December 23 is the deadline required by Nicaragua for the departure of the diplomatic mission of Taiwan from the country, after broke diplomatic relations on December 9 to later reestablish them with the People’s Republic of China, which they recognized as the “only and legitimate China.”
According to Jaushieh Joseph Wu, head of the Ministry of Foreign Affairs of Taiwan (Mofa), the Government of Nicaragua ordered the closure of the Taiwanese embassy in that country and in reciprocity, Taipei also established December 23 as the deadline for the Central American country to evacuate the entire diplomatic mission that is in the Asian country.
Mofa spokeswoman Joanne Ou told the media that the date was communicated by Nicaragua during the negotiations that took place in the framework of the diplomatic breakdown announced by Nicaragua last December 9.
Taiwan asks to guarantee security of diplomatic personnel and their families
Wu also said they hope that Nicaragua will allow the staff of the Taiwanese Embassy in Nicaragua to guarantee the safety of the staff and allow the completion of administrative procedures, in accordance with international practices.
According to the Taiwanese media, in Nicaragua there are 52 people who are members of that country’s diplomacy, along with their families, and all are expected to gradually leave Nicaragua. These same press media, citing diplomatic sources from the Asian island, they claimed that the common thing is to give staff a month to leave a country after the breakdown of relationshipsBut Nicaragua demanded that everyone leave within 13 days.
Three days after announcing the severance of diplomatic relations with Taiwan, Daniel Ortega ordered the National Assembly, controlled by his deputies and his collaborationist allies, to repeal the Free Trade Agreement with the Asian island, signed in 2008.
Hours earlier, Minister Wu had told his country’s media that, despite the separation, Taipei hoped that the trade agreement would remain, or that it would at least remain in effect until Nicaragua officially notified Taiwan of its repeal, what they hadn’t done until December 15th. After the repeal of the trade agreement was announced, Minister Wu explained that it would take six months for it to enter into force.
Official Chinese Party: “They acted in bad faith”
The president of the Chinese Nationalist Party of Taiwan, Eric Chu, reacted annoyed by the breakdown of relations between Taiwan and Nicaragua and accused the Daniel Ortega regime of having acted in bad faith, and that the betrayal of trust has upset the Taiwanese.
“Acting in bad faith, the Government of Nicaragua has ignored the long assistance and support of Taiwan, which has made people very angry,” Chu posted on his social media.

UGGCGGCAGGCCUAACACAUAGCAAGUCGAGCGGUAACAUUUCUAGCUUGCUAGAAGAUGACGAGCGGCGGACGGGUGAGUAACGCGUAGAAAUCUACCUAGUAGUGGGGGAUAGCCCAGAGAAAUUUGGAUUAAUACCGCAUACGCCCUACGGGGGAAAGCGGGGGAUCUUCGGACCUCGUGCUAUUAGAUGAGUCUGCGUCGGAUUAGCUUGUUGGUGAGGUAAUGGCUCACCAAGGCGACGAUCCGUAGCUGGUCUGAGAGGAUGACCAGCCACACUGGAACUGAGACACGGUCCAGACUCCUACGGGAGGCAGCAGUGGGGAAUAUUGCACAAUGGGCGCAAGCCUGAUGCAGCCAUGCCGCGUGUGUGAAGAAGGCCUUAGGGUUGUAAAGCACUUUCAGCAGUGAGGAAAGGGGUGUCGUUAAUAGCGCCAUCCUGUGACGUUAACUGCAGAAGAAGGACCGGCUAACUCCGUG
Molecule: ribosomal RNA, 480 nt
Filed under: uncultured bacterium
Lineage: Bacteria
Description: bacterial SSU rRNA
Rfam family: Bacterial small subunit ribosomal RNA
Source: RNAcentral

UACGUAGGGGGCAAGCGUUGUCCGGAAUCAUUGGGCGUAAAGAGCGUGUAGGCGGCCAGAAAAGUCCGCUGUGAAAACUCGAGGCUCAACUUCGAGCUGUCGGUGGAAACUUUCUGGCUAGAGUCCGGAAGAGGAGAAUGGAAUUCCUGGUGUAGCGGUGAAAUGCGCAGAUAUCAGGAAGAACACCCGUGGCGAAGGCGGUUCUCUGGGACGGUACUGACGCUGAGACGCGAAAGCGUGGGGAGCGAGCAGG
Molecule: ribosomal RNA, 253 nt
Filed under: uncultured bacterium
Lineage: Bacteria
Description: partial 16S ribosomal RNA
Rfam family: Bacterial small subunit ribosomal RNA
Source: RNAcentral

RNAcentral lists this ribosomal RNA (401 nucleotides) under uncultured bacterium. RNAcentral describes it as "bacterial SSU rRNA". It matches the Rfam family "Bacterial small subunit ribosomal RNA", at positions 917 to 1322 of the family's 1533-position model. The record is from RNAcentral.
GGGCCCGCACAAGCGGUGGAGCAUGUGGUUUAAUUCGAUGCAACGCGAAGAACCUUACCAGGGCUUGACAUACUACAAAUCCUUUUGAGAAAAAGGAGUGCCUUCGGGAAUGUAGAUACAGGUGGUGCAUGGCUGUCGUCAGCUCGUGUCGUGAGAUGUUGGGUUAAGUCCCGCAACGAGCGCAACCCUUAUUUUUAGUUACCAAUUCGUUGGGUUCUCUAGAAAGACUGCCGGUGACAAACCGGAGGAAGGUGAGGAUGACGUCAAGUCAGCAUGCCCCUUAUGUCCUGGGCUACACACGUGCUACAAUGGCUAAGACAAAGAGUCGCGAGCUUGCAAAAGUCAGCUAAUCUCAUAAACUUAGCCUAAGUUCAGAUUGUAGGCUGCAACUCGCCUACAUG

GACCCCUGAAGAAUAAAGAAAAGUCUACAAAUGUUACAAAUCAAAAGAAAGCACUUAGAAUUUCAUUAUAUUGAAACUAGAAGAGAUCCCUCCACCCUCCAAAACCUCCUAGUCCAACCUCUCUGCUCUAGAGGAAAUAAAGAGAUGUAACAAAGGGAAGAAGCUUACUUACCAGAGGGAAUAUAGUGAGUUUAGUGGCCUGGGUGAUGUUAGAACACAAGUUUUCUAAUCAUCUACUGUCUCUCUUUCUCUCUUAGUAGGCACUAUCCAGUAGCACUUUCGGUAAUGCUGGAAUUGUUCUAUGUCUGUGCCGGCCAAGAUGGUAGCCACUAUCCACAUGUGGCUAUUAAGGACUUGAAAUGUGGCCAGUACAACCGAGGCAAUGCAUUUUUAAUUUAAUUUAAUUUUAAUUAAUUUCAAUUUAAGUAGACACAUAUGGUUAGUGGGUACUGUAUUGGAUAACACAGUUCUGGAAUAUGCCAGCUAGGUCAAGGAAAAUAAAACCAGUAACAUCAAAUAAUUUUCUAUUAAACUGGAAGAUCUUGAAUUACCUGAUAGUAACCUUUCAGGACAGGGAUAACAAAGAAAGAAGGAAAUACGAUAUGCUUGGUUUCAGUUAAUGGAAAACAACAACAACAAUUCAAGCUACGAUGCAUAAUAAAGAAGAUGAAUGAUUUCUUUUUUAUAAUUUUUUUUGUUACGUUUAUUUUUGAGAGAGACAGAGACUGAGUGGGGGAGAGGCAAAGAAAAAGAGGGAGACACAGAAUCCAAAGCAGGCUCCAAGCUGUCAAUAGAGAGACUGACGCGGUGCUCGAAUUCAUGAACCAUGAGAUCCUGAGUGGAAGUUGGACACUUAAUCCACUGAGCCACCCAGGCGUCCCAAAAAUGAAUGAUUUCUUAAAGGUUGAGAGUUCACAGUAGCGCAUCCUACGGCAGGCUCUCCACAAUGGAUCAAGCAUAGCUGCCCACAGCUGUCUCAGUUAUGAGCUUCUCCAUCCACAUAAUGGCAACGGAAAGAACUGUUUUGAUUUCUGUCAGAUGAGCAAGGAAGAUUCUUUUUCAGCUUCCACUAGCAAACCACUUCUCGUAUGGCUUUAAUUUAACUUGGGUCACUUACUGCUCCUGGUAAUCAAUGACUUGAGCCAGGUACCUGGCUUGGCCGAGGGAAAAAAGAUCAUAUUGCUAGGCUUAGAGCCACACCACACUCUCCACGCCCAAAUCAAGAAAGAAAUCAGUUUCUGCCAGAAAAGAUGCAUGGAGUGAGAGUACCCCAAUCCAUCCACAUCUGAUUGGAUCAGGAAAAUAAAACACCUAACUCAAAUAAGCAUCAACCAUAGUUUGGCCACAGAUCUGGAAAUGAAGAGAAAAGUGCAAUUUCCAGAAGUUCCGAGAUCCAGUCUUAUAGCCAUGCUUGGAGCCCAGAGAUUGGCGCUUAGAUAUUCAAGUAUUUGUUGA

Taiwanese cooperation with Nicaragua dates back 31 years, and in at least the last two years, while Ortega has been isolated for the murders committed by his regime against citizens who asked for his resignation in 2018, the Asian country allocated at least 30 million dollars annually in direct cooperation.
For two consecutive years (2020, and the first three quarters of 2021), Taiwan was the most generous of bilateral donors with the Nicaraguan public sector.
According to the Report of Official External Cooperation (ICOE 2020), of the Central Bank of Nicaragua (BCN), last year, the small country installed on the Asian island of Formosa delivered 27.9 million dollars (45.1% of the 61.8 million dollars received by the public sector), to which are added 0.1 million donated to the private sector (the report does not indicate to whom or for what), with which the island’s contribution rose to 28 million donated in 2020.
Most of that amount (15.6 million dollars), was allocated to the heading “social services, health and education”, while another 6.4 million went to the public administration; 4.0 million, to the section ‘agriculture, livestock, fishing and forestry’; 1.0 million to ‘construction’, and 0.9 million to ‘other’.
Ortega maintained relations with Taiwan for 15 years, the time he has been in office in Nicaragua, but this break is the second ordered by the Sandinista leader while he is in charge of the Central American country.
The first time that Ortega ordered to break relations with Taiwan in favor of China was in 1985 during his first government, these were resumed in 1990 and lasted until this December 9 when Ortega, again, made the same move and it left Taiwan declaring that “there is only one China.”
The Taiwanese media have also highlighted that, in Nicaragua, despite the fact that Ortega has benefited from Taiwan’s cooperation programs, he repeatedly rejected invitations to go to the Asian country.